Cancer and Adipose Tissue
The relative risk of developing cancer is directly proportional to both anthropometric indices of adipocity and body fat distribution. Studies show an association between post-menopausal breast-cancer risk and BMI in women who have never used hormone replacement therapy (HRT). This correlates with the understanding of paracrine stimulation in breast tissue by endogenous hormones created by aromatase activity in fatty tissue. The increase in cancer risk associated with excess body weight or increases in abdominal fat may be mediated by alterations in the metabolism of sex steroids (androgens, estrogens and progesterone), insulin and insulin-like growth factor-1 (IGF-1). These steroids have been shown to regulate cellular differentiation, proliferations and apoptosis, and may potentiate the selective growth of preneoplastic and neoplastic cells. Increased insulin concentrations reduce sex hormone binding globulin, thus increasing circulating unbound sex steroids available for bioactivity. Adipose tissue is a major site for the synthesis of estrogens from androgenic precursors (Bianchini et al., 2002; Kaaks et al., 2002).
A comprehensive understanding of current research looking at the mechanisms behind energy homeostasis is necessary when applying the biochemistry to treatment interventions (Colmers, 2006; Foster-Schubert and Cummings, 2006; Richard and Boisvert, 2006). Current research focuses on unraveling the biochemical mechanisms, such as fatty acid synthesis/degradation, lipoprotein lipase transport and sympathetic nervous system innervation, to pharmacologically target obesity therapeutics (Bartness et al., 2005; Trayhurn, 2005; Ronnett et al., 2006; Ronnett et al., 2005). Fatty acid synthesis and degradation is an area where nutraceuticals can also be applied, i.e., L-carnitine, vitamin C, choline, chromium, rhodiola, yohimbine, etc. (Johnston et al., 2006; Med Lett Drugs Ther, 2004; Foster, 2004), but according to the Harvard Medical School, “no weight-loss supplements meet criteria for recommended use” (Foster, 2004). Active pathways of fatty acid synthesis and oxidation have been firmly established, and the application of this understanding has considerable clinical promise for the treatment of obesity, Type II diabetes, steatohepatitis and lipotoxic damage to the heart (Med Lett Drugs Ther, 2004). By biochemically enhancing lipid oxidation and the mobilization of triglycerides to subcutaneous storage vessels, the inflammatory mechanisms related to visceral adipose tissue proliferation will be reduced and, consequently, also will bring a reduction in obesity-related inflammatory diseases.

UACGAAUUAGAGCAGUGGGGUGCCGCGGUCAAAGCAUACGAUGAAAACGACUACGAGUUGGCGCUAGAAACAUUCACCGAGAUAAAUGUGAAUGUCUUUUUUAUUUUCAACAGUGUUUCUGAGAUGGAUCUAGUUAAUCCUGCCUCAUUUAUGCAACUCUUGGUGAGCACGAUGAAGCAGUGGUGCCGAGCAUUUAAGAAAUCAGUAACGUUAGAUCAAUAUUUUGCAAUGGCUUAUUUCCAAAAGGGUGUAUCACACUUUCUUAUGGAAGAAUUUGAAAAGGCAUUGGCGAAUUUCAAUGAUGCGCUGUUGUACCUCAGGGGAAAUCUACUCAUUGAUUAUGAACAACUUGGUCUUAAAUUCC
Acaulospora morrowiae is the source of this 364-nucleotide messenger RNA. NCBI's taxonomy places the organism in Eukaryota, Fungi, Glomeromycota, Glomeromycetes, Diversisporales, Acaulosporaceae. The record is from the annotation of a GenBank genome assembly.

There is also the application of nature cure philosophy regarding weight loss. As adipose tissue is reduced of its primary contents, as lipid oxidation is enhanced through exercise, diet, supplementation and botanical formulas, the physician must work with the patient to enhance and open the organs of elimination. The best way to achieve a healthy body weight is to balance energy intake with energy expenditure (Kaaks et al., 2002). Dietary recommendations with caloric restriction and portion size reduction; reduced-fat and calorie-dense foods; elimination of refined flour and sugar products; increased whole grains, fruits and vegetables; increased organic and wild foods; appropriate intake of water, fresh air and sleep; positive reinforcement for energy expenditure vs. energy conservation; and self-monitoring and dietary journal; these are important aspects of a patient’s treatment program (Kaaks et al., 2002; Costain and Croker, 2005; Maryon-Davis, 2005).
Successful weight-loss programs and clinical interventions require a comprehensive integrated medical approach. The current team being established in conventional facilities includes bariatric surgeons, a psychologist, Western-trained nutritionist and surgical support technicians. Including an ND in this model would create the integrated framework necessary to meet the general public’s needs for holistic care, expert nutritional interventions and comprehensive evaluations, which result in individualized treatment plans and goal setting necessary for weight loss success. Governmental and non-governmental organizations, the food industry, media, worksites, schools, health professionals and educators all have a responsibility to work together to produce an environment less conducive to weight gain. A supportive community environment facilitates a healthy lifestyle for those of all ages (Kaaks et al., 2002).
Kelly Marie Fitzpatrick, ND, BSN, MPS is a graduate of Bastyr University. She has been a clinical practitioner for more than 20 years. With 80%-90% of her client base being obese, she is proactive in working with them to reduce their weight and the inflammatory mechanisms that influence their well-being and contribute to the potential cancerous and chronic disease risks. She practices in Eugene and Portland, Ore.